Floods and flooding in Inverness

There are two types of flooding threat to Inverness, one from the volume of water potentially flowing down the river and the other from tidal surge. There is an interesting article on the possibilities at www.leopardmag.co.uk/feats/154/how-long-till-inverness-floods.

The Great Flood of January 1849

The most notable flood on the Ness occurred in January 1849 after sustained heavy rain. Remarkably, when safety standards of the day are considered, there was no loss of life but there was a lot of damage and destruction, including the loss of three bridges.

By the afternoon of the 24th of January (Wednesday), the Ness covered the roads at Ness Bank (upstream from the castle) and Douglas Row (between Greig St. bridge and Friars bridge) on the right bank, facing downstream; Huntly St. (Ness bridge to Friars bridge) and King St. (parallel to Huntly St.) on the left bank. This was only the begining though, it would be another three days before the river began to retreat.

The gate on the Ness bridge, which had stood since 1689, was closed with a policeman allowing adventurous pedestrians through. The supporting piers were covered, the raging torrent forcing its way through the arches.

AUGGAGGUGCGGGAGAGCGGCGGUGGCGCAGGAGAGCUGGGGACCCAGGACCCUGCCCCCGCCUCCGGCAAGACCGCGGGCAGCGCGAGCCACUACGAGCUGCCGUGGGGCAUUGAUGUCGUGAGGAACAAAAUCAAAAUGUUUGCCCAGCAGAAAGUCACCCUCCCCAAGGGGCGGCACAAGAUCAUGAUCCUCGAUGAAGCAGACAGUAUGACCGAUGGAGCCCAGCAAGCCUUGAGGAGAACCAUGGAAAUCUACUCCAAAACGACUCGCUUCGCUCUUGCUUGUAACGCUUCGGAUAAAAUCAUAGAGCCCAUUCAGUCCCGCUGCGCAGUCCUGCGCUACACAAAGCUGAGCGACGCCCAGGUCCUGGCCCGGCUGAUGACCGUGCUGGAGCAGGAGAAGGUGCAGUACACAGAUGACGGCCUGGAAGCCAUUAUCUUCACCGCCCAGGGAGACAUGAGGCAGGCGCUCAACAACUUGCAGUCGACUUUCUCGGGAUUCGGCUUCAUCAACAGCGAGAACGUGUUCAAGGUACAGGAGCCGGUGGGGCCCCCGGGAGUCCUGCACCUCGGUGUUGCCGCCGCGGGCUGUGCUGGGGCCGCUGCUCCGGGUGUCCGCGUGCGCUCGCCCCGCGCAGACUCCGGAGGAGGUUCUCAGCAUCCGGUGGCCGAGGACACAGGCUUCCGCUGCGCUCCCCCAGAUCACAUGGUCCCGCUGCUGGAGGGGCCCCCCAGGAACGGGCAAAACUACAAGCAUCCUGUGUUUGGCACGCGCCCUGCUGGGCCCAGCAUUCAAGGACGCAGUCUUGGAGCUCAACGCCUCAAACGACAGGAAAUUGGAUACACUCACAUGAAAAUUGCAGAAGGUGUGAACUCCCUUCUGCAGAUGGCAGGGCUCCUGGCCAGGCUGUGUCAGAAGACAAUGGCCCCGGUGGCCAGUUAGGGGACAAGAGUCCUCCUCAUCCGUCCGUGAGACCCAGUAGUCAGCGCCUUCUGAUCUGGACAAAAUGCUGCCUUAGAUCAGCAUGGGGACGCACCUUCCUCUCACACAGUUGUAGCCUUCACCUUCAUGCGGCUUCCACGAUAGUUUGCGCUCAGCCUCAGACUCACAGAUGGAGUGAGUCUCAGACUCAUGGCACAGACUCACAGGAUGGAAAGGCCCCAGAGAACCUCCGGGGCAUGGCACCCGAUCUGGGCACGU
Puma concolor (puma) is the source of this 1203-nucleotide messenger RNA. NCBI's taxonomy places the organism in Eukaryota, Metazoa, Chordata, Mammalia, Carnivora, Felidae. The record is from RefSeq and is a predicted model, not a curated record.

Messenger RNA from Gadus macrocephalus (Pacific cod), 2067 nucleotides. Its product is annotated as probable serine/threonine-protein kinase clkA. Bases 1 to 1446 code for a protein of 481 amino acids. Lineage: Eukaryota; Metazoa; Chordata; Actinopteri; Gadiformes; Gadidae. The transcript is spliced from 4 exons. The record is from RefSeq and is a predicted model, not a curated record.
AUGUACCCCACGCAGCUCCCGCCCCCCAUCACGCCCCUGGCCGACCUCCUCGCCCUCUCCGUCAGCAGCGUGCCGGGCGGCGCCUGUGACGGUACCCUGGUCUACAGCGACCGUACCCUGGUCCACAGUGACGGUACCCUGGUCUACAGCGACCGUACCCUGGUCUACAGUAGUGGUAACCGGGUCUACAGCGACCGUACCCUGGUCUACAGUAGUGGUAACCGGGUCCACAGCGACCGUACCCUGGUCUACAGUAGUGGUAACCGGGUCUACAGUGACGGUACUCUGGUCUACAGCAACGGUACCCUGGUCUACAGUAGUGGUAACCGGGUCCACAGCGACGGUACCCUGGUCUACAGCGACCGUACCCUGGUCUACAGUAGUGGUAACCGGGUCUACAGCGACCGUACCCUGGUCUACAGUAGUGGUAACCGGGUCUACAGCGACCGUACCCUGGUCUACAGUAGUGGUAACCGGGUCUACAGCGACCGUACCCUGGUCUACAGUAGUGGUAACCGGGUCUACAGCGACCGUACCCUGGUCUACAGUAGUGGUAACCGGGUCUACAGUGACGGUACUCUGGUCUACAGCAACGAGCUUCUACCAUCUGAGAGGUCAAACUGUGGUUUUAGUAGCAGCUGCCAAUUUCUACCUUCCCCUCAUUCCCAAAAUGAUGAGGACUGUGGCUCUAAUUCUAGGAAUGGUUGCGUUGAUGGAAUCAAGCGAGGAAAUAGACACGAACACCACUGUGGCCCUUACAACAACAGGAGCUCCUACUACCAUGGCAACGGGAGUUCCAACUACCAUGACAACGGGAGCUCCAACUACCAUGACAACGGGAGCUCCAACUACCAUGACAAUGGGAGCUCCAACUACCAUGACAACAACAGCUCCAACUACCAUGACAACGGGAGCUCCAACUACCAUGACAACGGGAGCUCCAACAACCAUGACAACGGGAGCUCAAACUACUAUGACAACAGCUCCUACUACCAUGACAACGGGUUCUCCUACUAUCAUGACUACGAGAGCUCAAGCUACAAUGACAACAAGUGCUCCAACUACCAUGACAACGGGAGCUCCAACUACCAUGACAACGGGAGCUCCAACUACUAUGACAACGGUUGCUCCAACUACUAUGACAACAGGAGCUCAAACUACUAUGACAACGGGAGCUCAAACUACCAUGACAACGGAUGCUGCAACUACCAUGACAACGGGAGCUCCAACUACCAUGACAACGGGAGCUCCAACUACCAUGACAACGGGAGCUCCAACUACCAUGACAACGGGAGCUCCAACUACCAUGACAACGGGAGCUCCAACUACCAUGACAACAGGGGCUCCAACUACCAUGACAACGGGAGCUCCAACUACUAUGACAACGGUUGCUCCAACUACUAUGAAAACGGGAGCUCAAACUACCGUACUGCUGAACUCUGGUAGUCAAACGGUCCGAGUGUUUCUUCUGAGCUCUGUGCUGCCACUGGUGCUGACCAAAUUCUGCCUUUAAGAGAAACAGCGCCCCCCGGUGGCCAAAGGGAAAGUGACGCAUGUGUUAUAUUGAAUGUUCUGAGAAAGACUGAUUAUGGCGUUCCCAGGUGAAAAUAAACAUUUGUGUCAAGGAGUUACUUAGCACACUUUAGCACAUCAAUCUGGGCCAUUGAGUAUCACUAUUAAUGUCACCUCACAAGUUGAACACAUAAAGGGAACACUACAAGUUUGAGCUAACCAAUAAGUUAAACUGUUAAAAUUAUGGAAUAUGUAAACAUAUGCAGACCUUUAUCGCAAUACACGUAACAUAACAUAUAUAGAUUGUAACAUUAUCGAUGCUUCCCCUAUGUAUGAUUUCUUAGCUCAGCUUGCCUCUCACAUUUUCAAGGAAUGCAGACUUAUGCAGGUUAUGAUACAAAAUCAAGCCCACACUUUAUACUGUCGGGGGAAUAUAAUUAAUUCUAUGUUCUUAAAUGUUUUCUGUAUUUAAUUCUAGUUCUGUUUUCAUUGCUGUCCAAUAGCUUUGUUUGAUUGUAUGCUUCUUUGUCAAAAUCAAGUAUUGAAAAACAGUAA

Talk in the town was alarmist, one fear was that the Caledonian Canal would burst and leave the town at the mercy of a deluge from Loch Ness. The Caledonian Canal did contribute to the flood, there were certainly severe leaks, but "bursting" might give the wrong impression.

By the early morning of Thursday 25th, the situation had become alarming, a few minutes before 6:00 am the Ness bridge succumbed to the waters. The sole eyewitness, a policeman standing on Bridge St. described it falling with a "rumbling sound"1.

Much of Merkinch was underwater, the people crossed Waterloo bridge (Black bridge) to find refuge in the town. People wondered now how long the "Black bridge" would stand. The Ness Islands suspension bridges came down, one of which struck Waterloo bridge a wooden bridge at the time which sustained the loss of a couple of posts. The iron structure of the Ness Islands bridge passed by and the wooden bridge survived until it was replaced in 1896.

At its worst the water reached the the tops of ground floor windows on the west side, being slightly higher the houses on the eastern bank suffered very slightly less.

Railway Bridge Collapse 1989

In February 1989 the Railway Bridge was washed away after two days of heavy rain.

References

1. NOBLE, JOHN, 1902. Miscellanea Invernessiana. Stirling: Eneas MacKay.